M&A vs. Greenfield: FDI for Economic Growth in Emerging Economies

M&A vs. Greenfield: FDI for Economic Growth in Emerging Economies

Sana Moid (Amity University, India)
DOI: 10.4018/978-1-5225-3026-8.ch009
OnDemand PDF Download:
List Price: $37.50


The chapter has raised two critically important questions. First, is the M&A boom a one-time effect of privatization, or is it likely to be followed by a rise in Greenfield investment? Second, do these two types of FDI mode have different macroeconomic consequences in terms of aggregate investment and growth? The main purpose of this chapter is to analyze the two entry modes, mergers and acquisitions and Greenfield investment, specifically, and to present a comparative view of the same and how it leads to the economic growth of a nation. It is concluded that one should choose the right mode according to the different situation about the firms in the international market. The present chapter also concludes that Greenfields and M&As do have a positive homogenous effect on growth. Additionally, the enhancement of human capital is an important condition for the host countries to derive the maximum benefits from Greenfields and M&As. Also, there is empirical evidence of a two-way linkage between FDI and growth. However, the bidirectional relationship exists only for the M&A's growth nexus.
Chapter Preview


The multinational enterprises (MNEs) and foreign direct investment (FDI) have always played a pivotal role in spurring economic growth and jobs by integrating the economy to the world market, transferring new technology and innovation, and developing human resources. FDI has grown rapidly since 1990 far exceeding the volume of world trade. The positive contribution of MNEs and FDI in economic development and growth is recognized and supported by economic literature, MNEs’ FDI decisions are little understood and until recently why they choose certain entry mode versus another has not been adequately explained in both theoretical and empirical sense.

The official definition of foreign direct investment specifies that a financial-account transaction is considered as FDI if a company’s stake in a subsidiary exceeds ten percent (OECD, 2008a). However, this definition brings together two different forms of foreign investment: Greenfield investment, whereby foreign investors build a new productive unit from scratch, and mergers and acquisitions (M&As), whereby foreign investors acquire existing assets. While the former implies an accumulation of capital, latter is essentially a transfer of ownership.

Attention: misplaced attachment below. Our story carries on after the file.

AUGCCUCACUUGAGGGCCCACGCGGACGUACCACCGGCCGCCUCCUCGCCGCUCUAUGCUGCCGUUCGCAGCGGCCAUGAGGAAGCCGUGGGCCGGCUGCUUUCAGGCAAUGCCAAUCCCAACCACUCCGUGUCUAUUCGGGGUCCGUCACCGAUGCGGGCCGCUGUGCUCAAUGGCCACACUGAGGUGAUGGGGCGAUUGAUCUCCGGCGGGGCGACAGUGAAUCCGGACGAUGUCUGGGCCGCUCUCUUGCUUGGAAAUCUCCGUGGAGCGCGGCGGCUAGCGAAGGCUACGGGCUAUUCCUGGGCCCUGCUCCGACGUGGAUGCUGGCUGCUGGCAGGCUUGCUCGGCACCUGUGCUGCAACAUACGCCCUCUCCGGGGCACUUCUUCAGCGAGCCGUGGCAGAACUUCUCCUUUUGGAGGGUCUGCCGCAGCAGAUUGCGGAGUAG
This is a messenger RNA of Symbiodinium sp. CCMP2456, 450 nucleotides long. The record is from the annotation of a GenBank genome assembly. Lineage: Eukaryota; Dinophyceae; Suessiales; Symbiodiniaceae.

Within the neo-classical model, FDI is expected to promote growth through its contribution to capital formation (Solow, 1975). In latter study, Herzer el al. (2008) claim that supplementary capital brought about by FDI under the Solow-type standard framework does not have long-term effect on growth. The new endogenous growth model on the other hand reflected the importance of human capital and technology in the production function of the recipient economies. According to De Mello (1997), FDI might have encouraged the incorporation of new technologies and knowledge transfer from more developed nations to less developed ones. A number of studies have suggested that the positive technological and knowledge spillovers proposed by endogenous growth theories may not exist in less-developed nations. According to Kokko et al. (1996), domestic firms in less-developed countries, with backward production technologies and a low-skilled labour, may not be able to learn and benefit from multinational enterprises if the technology and knowledge gap is too wide. Aitken and Harrison (1999) eventually found that the increasing existence of foreign enterprises could have negative impacts on the host country’s economy. This could be problematic if investment inflows into a less-developed country are primarily in the form of resource-seeking FDI – a situation in which foreign investors invest abroad to obtain resources and other input supplies that are either too costly to obtain or unavailable in the home market (Brouthers et al., 2008). Thus, if FDI draws away a country’s scarce-resources, while labour skill and technological level is not insufficient to absorb advancements and other benefits from FDI, then such investments could discourage the positive spillovers.

Complete Chapter List

Search this Book: